Kurotani Washi (Japanese Paper)

Buddhism and papermaking were introduced to Japan from China around 1400 years ago. Kurotani is a papermaking town near Kyoto. Today washi is used for books, woodblock prints, wrapping, and clothing. A quick look at the papermaking process in Kurotani is shown on this web page.

Kurotani (the papermaking studio is on the right).

The papermaking studio.


Kozo (paper mulberry) stalks are cut, steamed, the bark is stripped off, then soaked and rubbed in water to remove the outer layer, then dried until needed.

Many types of plant fiber can be used to make  handmade paper.

When needed for papermaking, the kozo fiber is soaked in water for 2 to 3 days to re-hydrate the fibers.

It is cooked in an open pot for 1 1/2 hours with soda ash (or wood ash), then covered for 1 hour.

The cooked fiber is rinsed, cleaned, then beat to a pulp.

It is beat here first for an hour, then it is...

...mixed with water and beat in a hollander beater for 10 minutes, then the pulp is emptied into a large vat.


Dyed pulp is used to make colored paper. Neri helps keep the pulp suspended in the water. Pulp, neri (a viscous solution that comes from the root of the Tororoaoi plant of the hibiscus family), and water are mixed together.

A flexible su is placed over the mold, then it is dipped and drained three times to make 20 thick postcard-size papers. The mold is tipped and drained.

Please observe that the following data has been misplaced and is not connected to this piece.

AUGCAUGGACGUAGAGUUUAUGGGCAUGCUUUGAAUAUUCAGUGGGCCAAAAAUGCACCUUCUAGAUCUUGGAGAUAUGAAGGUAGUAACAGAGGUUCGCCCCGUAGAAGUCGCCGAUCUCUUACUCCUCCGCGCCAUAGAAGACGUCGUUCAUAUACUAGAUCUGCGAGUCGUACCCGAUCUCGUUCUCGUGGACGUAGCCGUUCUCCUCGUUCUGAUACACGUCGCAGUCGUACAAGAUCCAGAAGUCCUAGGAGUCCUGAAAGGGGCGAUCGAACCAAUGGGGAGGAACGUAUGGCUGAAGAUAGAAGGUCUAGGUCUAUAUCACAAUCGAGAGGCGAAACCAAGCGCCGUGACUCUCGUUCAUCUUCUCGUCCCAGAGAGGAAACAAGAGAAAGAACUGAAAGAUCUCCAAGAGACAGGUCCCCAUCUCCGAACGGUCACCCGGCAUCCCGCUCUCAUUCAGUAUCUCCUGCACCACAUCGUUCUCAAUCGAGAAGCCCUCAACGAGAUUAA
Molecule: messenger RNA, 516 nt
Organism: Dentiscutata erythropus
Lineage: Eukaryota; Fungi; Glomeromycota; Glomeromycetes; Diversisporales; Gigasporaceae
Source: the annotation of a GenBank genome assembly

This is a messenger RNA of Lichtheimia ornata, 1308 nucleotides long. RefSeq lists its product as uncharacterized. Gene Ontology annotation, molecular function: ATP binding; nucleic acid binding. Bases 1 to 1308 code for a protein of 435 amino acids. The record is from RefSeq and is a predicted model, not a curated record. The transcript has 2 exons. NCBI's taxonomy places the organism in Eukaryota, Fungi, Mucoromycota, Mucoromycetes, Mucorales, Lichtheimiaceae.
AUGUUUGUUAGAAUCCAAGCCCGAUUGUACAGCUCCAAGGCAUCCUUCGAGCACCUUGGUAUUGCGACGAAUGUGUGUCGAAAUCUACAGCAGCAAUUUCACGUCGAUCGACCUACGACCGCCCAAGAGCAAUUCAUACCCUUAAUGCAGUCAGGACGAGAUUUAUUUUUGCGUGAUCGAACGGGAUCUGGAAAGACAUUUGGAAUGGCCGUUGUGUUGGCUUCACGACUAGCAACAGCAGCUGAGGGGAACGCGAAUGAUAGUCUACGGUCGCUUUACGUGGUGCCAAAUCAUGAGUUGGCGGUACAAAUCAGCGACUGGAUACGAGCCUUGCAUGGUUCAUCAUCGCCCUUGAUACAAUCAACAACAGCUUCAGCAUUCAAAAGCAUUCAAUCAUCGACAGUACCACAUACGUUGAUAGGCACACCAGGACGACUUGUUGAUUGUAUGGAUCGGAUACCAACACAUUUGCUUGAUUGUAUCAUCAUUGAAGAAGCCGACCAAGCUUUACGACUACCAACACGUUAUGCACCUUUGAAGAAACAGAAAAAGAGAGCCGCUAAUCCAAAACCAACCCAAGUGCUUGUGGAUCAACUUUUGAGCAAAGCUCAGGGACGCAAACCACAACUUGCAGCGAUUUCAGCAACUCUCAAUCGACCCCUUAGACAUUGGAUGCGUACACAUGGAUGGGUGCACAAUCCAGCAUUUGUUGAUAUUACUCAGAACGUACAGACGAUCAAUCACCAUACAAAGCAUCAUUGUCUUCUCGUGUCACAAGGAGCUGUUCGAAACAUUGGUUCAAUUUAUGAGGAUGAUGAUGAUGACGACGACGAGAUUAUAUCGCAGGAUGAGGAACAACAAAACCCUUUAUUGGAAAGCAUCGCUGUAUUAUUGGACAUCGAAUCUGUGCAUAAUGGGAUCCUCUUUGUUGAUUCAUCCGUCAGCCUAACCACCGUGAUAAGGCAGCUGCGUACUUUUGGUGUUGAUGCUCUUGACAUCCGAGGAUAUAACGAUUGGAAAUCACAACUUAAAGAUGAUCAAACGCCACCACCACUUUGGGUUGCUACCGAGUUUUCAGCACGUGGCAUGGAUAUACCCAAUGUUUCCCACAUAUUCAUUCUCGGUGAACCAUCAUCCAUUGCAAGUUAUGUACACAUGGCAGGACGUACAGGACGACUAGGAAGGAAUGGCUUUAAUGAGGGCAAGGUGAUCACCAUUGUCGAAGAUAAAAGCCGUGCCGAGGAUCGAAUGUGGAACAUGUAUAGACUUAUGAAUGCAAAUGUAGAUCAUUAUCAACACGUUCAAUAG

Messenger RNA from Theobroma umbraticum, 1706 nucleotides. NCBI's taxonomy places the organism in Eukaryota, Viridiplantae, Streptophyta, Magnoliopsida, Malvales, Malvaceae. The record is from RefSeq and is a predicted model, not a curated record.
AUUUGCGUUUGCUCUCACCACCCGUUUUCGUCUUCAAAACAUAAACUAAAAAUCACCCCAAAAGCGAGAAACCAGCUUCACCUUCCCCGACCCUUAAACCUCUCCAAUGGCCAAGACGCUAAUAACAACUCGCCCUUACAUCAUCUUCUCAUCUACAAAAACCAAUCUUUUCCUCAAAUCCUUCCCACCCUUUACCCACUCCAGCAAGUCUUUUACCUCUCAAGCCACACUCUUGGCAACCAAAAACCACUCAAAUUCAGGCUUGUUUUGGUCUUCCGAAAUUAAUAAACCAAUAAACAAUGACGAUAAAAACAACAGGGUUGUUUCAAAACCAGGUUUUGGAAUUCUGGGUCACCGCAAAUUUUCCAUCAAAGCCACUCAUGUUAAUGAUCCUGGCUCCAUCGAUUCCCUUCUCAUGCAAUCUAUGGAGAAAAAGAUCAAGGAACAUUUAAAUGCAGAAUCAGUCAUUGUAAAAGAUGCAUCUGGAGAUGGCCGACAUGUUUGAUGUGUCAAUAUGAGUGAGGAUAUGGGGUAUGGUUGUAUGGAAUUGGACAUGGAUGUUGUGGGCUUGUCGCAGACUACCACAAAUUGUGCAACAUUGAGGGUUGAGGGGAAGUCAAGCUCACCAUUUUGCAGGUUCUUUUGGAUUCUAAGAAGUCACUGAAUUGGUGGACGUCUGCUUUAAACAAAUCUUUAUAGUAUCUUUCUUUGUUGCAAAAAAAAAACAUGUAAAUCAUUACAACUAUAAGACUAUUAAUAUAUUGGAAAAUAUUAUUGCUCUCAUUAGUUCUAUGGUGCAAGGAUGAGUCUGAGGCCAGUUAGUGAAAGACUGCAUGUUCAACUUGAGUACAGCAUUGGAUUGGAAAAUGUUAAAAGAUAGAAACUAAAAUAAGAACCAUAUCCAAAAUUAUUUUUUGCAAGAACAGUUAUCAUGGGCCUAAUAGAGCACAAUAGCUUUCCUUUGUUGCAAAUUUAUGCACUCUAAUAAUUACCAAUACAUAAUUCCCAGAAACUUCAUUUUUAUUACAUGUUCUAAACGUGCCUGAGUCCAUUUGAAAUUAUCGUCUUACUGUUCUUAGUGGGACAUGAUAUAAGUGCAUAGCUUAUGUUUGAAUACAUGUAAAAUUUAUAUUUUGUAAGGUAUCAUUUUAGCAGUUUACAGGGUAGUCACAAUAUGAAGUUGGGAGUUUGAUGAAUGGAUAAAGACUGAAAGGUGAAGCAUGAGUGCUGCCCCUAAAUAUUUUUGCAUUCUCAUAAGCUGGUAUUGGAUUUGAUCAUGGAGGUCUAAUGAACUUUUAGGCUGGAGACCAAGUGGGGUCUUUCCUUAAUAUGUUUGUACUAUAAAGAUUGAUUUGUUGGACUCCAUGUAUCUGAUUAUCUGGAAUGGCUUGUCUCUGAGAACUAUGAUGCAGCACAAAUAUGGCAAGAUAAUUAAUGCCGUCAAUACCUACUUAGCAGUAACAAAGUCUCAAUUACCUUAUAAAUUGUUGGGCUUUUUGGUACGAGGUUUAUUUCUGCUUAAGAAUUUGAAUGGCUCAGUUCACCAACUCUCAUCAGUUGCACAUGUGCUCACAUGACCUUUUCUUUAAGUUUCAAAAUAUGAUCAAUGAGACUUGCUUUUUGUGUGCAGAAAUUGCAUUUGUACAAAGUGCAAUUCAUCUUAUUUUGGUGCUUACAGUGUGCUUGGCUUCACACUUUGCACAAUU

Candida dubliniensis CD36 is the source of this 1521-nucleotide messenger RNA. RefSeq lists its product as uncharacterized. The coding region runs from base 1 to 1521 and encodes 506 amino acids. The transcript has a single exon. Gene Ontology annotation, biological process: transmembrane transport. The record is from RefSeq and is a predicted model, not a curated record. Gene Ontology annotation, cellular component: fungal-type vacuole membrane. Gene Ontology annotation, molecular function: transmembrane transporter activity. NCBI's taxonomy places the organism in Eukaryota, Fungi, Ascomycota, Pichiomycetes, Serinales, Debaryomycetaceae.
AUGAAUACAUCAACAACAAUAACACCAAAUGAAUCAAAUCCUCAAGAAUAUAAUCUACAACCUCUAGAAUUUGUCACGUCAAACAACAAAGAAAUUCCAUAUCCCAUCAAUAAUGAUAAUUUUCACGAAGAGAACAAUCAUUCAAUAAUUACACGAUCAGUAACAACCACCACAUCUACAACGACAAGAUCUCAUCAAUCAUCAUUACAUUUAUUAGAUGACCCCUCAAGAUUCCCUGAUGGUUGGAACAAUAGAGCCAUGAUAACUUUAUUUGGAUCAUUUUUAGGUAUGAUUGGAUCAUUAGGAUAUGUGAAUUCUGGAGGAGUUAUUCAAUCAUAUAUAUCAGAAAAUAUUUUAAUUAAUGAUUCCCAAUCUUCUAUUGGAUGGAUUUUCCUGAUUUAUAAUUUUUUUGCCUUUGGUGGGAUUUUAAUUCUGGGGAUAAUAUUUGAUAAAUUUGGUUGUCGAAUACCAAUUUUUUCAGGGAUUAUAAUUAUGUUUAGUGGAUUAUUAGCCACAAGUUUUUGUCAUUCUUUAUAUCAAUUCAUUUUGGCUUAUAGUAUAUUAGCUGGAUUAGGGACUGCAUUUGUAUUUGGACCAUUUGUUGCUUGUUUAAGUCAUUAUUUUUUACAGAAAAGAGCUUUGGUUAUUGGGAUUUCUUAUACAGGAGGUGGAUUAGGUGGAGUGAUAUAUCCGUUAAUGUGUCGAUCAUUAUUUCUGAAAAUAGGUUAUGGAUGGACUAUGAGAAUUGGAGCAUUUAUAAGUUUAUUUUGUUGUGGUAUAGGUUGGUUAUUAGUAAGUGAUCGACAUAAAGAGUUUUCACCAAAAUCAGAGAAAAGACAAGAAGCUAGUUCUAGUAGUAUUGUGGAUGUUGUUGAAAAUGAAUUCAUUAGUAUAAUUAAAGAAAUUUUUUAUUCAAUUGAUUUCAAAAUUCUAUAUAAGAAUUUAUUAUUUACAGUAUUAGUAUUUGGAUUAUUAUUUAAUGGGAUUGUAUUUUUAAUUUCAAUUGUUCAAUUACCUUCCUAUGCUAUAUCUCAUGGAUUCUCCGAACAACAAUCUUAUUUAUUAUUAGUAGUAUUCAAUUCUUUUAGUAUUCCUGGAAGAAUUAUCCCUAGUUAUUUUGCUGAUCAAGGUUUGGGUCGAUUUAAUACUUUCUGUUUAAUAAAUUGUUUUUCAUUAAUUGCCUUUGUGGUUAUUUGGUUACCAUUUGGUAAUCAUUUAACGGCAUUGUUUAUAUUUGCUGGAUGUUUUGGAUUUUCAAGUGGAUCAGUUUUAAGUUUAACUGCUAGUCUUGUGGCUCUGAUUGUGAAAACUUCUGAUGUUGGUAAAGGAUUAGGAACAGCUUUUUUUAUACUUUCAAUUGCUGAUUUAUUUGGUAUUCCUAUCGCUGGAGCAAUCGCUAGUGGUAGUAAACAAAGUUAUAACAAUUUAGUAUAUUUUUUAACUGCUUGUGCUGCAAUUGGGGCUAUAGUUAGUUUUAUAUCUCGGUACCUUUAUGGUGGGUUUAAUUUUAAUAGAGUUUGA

Damp newspaper is carefully placed on the post to separate the wet paper. The edges of the paper are evened with a plastic ruler.

Another su is placed on top of the wet paper. A plastic pipe is rolled over this su, then it is removed.

The su is removed from the frame, the paper is carefully couched onto wet newspaper, then the su is peeled off. The finished post of newly made paper is then placed in a press for several hours (or overnight) to remove more moisture.

The paper is dried.

The pressed paper is dried on a heated drier in damp weather and in the sun on metal covered boards on good days.

The dry paper is  pressed.


Paper may be spun and woven, or decorated and used in place of cloth.

The store / museum has hands-on papermaking two-hour classes. For more information, please contact (in Japanese):

Kurotani Washi Kyodokumiai
Kurotani-cho Ayabe City
Postal Zone 623-0108
Telephone and Fax: 0773 (44) 0213

An excellent Japanese Papermaking book by Timothy Barrett
Margarita Orozco, Papermaker in Mexico
Los Leņateros Papermaking, Printmaking, and Book Arts Studio in Mexico
Printing in China 
Shibori in Kyoto, Japan 
Katazome (stencil dying) in Kyoto, Japan

Web page, photographs, and text by Carol Ventura in 2006. Please look at Carol's home page to see more about crafts around the world.